World Monuments Watch: Amedy

World Monuments Fund

The historic hilltop town in northern Iraq is rich with unique monuments and intangible traditions, with a strong connection to its surrounding natural landscape.

History
Amedy was occupied long before the first written references to the “town of the Medes” when it was captured by the Assyrian royal family, nearly 3,000 years ago. The site has drawn the attention of the region’s rulers since, due to its striking position—a half-mile long limestone plateau ringed by 200-foot (60-meter) vertiginous cliffs and wedged between twin mountain ranges. For most of its history, the town was only accessible by two staircases leading to heavily fortified gates.Even with modern road access, the city remains a beautiful and formidable natural fortification.

Amedy's most striking feature, the dramatic plateau, is also becoming its biggest threat.

The limited space, combined with a steadily increasing population, has concentrated development pressures in the historic town. Several significant structures have been lost or damaged through redevelopment in recent years and the ancient street pattern and views from and to the site are under threat from new construction.

Visible remains in the city from 2,000 years ago are still evident, although most of the standing historic buildings and potential archaeology were built under the Bahdinan Emirate that controlled the region from the fourteenth to the nineteenth century.

Amedy’s historic street pattern and distinctive neighborhoods, ancient in origin, reflect a remarkably integrated community with elements of Islamic, Christian, and Jewish architecture packed tightly into the plateau. Of special note as features of the city are the defensive gate towers that have endured over the centuries.

Amedy was included on the 2016 World Monuments Watch to highlight the need for urgent urban planning to integrate new development that meets community requirements with minimal damage to the historic fabric. Amedy presents an exciting opportunity to increase local skills in documenting and managing historic sites, which can be utilized throughout the region.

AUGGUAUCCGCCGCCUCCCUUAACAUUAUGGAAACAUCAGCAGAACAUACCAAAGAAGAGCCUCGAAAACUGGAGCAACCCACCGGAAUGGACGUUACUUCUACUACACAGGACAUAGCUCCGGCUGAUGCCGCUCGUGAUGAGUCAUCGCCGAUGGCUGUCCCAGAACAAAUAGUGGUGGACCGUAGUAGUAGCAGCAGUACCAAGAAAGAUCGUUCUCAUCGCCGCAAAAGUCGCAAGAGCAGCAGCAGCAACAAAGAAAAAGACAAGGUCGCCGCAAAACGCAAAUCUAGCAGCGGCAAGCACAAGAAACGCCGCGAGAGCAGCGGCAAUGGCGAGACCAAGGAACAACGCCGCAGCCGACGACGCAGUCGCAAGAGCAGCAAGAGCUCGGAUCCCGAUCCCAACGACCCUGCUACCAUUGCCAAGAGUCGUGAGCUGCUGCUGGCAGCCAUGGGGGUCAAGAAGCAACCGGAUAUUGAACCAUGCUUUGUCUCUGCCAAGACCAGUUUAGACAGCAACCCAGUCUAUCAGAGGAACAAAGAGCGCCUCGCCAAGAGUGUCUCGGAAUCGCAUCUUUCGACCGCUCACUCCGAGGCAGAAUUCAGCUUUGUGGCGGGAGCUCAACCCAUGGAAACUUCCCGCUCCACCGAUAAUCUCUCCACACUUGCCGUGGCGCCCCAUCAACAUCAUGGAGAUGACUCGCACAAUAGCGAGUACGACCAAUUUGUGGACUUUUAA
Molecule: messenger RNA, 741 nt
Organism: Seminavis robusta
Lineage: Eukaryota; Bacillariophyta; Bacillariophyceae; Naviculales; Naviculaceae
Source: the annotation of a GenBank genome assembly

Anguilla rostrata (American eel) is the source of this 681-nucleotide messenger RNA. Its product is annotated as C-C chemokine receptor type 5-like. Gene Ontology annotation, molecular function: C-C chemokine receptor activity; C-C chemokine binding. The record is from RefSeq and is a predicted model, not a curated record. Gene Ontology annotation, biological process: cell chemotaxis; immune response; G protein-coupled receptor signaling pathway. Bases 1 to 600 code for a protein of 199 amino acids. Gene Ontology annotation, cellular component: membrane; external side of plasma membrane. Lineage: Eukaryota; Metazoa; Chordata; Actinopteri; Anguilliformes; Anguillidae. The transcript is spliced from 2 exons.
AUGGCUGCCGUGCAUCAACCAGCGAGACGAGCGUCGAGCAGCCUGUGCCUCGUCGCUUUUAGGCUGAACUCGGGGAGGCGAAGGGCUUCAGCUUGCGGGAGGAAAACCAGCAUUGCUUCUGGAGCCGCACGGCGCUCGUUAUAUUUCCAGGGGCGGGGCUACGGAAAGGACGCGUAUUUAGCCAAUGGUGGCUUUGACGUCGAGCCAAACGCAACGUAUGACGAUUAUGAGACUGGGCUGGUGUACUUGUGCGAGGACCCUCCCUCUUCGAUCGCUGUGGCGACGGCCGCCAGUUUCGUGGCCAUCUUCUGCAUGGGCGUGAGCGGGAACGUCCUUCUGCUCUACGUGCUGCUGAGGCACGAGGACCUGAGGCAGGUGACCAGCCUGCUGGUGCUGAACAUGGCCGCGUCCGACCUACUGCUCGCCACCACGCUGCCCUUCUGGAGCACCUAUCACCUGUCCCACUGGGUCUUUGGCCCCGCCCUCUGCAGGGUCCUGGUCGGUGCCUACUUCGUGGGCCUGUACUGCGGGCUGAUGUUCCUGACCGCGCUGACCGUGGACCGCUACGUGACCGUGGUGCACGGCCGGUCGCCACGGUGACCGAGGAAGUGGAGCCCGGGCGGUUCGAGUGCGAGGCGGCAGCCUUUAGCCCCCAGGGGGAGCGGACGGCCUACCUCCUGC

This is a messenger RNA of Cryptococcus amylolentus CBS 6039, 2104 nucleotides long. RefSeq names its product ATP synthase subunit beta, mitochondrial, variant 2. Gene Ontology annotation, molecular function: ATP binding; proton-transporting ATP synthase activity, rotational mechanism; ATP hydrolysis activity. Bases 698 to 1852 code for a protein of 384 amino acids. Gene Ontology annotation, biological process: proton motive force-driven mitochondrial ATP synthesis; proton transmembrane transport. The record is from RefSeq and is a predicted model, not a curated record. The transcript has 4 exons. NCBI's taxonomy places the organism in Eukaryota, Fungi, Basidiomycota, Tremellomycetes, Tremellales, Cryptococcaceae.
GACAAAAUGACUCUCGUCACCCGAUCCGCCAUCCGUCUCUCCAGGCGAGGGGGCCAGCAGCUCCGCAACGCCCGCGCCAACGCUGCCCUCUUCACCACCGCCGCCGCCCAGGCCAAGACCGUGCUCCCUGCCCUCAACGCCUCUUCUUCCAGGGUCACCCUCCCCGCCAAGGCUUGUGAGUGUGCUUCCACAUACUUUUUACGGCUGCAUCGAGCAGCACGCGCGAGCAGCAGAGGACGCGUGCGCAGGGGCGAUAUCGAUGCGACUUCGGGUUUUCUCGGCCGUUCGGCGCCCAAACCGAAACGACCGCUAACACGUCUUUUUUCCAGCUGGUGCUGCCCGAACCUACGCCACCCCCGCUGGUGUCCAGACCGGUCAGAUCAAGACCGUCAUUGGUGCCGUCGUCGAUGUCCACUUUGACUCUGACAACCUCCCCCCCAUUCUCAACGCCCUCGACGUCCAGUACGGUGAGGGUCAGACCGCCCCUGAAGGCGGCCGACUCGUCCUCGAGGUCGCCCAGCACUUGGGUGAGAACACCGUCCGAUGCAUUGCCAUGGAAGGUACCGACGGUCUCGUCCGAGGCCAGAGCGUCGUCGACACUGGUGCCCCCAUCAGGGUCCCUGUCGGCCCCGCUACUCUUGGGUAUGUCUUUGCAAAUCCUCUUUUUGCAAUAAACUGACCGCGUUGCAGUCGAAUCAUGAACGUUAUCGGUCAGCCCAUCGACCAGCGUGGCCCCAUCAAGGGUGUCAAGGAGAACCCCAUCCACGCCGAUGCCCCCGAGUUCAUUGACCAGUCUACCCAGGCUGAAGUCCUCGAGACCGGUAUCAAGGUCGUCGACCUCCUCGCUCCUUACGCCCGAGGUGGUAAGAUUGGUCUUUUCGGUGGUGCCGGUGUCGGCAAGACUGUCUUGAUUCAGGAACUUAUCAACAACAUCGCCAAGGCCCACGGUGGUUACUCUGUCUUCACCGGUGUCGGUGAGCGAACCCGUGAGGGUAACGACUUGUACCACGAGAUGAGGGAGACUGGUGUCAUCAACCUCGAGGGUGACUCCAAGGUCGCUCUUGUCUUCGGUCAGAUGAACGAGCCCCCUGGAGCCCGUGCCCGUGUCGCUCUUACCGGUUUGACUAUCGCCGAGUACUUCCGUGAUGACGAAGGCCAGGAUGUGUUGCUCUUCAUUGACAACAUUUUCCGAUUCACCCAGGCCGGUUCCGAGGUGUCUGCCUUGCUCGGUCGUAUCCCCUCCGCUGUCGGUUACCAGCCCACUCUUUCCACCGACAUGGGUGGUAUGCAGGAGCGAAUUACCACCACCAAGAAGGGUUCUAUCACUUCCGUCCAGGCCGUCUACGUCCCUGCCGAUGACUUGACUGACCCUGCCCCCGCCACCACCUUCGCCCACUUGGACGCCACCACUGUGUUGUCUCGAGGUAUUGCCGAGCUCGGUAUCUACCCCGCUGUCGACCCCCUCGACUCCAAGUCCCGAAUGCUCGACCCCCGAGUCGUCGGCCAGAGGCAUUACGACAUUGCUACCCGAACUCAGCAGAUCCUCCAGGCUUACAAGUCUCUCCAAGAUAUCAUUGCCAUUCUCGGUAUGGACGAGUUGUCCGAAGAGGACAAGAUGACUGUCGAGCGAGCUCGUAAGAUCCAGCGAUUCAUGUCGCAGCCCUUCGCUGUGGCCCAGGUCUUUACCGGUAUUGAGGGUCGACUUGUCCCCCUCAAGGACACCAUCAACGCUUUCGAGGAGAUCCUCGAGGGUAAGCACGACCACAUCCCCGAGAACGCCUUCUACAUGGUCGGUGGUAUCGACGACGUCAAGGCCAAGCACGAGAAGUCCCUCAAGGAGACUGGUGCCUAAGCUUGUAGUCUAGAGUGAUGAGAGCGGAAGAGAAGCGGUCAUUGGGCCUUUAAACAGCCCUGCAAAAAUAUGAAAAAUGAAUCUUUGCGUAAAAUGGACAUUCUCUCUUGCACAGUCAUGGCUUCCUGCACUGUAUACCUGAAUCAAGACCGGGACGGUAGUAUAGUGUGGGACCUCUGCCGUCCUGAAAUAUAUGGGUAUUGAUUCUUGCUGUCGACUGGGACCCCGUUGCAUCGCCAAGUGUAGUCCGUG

The World Monuments Watch calls attention to cultural heritage sites around the world that are at risk from the forces of nature or the impact of social, political, and economic change.

Amedy: Watch Day 2016
On October 27, 2016, students from the University of Duhok’s spatial planning department and a local high school participated in a series of events as part of Watch Day, celebratory events organized by local communities at World Monuments Watch sites. Watch Day highlights the importance of vibrant community engagement and local stewardship in the sustainable preservation of heritage sites.

Students participated in guided tours and discussions in the historic city, focusing on the importance of heritage conservation in Amedy.

Watch Day provided an opportunity to raise awareness among the town's younger population of the city’s valuable cultural landscape.

Soon after the announcement of the 2016 Watch, the Governor of the Duhok Governorate pledged funds for documentation efforts at Amedy.

A committee of engineers, architects, and surveyors led documentation efforts and the Amedy town council provided equipment and an office for the team.

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